Stopping Deportations: Chicago’s Undocumented-Led Movement for Justice

Parker Asmann Publicado 2016-11-09 05:32:22


Annibal, OCAD member giving testimony at ICE raids press conference on August 9th, 2016. Photo Courtesy

 

For a brief moment on Wednesday afternoon, the weight of Donald Trump’s presidency and the threat that poses to so many different communities in this country didn’t feel so heavy. Claudia Lucero, the Executive Director of the Chicago Religious Leadership Network on Latin America (CRLN), stood tall behind the podium as she addressed the crowd with confidence and, above all, hope. Her brightly colored blouse seemed more symbolic than just a simple choice of dress.

Hosted by the CRLN at Old St. Patrick’s Church in Chicago’s Greektown neighborhood, dozens of people from a range of backgrounds joined together for the CRLN’s annual luncheon to honor Chicago’s Organized Communities Against Deportations (OCAD) in their fight to end unfair and inhumane immigration enforcement practices that impact immigrant communities.

As the CRLN’s new executive director, Lucero knows all too well what the life of an undocumented person is like. A Mexican immigrant, Lucero has been undocumented for 18 years and has faced her fair share of personal and professional obstacles. Despite the very dangerous threat that a Trump presidency presents for undocumented individuals and communities, Lucero used this opportunity as a source of inspiration to continue forward with the fight for justice.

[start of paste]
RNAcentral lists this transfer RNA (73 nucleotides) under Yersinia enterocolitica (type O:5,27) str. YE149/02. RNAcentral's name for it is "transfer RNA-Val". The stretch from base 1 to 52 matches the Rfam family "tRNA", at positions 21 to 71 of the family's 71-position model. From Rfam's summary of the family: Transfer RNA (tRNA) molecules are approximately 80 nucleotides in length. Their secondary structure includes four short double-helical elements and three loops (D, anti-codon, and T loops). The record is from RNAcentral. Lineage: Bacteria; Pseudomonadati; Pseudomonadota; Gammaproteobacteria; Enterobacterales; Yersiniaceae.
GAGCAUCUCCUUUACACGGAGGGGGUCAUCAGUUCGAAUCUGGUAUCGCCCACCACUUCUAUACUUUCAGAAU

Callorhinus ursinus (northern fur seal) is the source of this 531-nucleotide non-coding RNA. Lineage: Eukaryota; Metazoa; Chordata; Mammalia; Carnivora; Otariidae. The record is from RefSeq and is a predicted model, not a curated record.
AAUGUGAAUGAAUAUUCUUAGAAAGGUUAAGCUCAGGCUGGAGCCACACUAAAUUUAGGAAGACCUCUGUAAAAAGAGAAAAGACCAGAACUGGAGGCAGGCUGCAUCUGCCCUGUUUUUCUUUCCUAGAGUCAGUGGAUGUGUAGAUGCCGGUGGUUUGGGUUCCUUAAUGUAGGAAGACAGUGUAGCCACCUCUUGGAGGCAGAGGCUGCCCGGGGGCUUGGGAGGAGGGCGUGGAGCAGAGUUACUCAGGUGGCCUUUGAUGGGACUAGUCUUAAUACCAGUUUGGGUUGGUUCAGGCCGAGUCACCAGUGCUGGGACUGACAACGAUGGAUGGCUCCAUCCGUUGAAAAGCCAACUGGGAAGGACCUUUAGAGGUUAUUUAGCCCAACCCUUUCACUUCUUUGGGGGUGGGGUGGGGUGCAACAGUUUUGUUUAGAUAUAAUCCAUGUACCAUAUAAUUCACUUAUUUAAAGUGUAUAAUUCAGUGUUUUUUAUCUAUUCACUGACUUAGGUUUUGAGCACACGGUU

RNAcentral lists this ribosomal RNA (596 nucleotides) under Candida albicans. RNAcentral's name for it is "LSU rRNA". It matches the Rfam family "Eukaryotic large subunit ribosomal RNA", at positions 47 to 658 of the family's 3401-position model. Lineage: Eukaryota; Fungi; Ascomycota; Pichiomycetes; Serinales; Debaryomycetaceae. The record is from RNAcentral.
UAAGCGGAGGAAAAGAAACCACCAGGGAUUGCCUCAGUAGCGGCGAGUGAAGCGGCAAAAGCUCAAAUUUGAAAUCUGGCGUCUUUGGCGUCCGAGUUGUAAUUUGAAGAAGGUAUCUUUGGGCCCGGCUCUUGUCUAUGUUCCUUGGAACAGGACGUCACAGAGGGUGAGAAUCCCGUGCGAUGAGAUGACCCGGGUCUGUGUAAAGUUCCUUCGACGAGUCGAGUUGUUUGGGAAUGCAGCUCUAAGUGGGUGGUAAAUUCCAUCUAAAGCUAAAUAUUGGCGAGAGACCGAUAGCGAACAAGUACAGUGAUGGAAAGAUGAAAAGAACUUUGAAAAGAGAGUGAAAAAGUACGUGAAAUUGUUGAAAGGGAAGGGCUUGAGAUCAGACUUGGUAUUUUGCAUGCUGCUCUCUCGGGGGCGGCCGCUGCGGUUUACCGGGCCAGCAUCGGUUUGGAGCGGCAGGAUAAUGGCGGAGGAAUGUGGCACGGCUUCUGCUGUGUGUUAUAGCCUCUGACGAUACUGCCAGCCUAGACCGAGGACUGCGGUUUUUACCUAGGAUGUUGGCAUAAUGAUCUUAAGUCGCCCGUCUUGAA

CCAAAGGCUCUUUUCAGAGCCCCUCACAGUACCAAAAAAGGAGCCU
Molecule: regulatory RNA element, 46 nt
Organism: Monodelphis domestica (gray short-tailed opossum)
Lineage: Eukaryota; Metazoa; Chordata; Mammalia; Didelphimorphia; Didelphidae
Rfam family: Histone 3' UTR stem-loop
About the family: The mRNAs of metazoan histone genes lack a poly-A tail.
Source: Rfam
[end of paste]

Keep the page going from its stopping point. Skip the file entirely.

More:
“As we’ve seen with Trump,” she said, “people who are driven by fear and their own insecurities have directed those feelings at the ‘other,’ people like us, but that doesn’t mean we give up the fight for humane and just conditions for our communities.”

At the end of the day, Lucero stressed that undocumented folks and communities, in this instance the Latinx community, are simply striving for a dignified way of living. More importantly, she continued to explain that the unjust and unfair attacks on undocumented communities is a moral violation, and we as people have a moral obligation to protect those who are facing violence.

One of the organizations holding true to that moral obligation in Chicago is OCAD. Reyna Wences and Berenice Alonzo, both members of OCAD, were in attendance to discuss the framework of OCAD’s mission and their involvement in the Not One More deportation campaign.

Wences, who came to the United States as a 9-year-old, explained the personal toll that having someone like Trump as president takes on undocumented individuals and communities.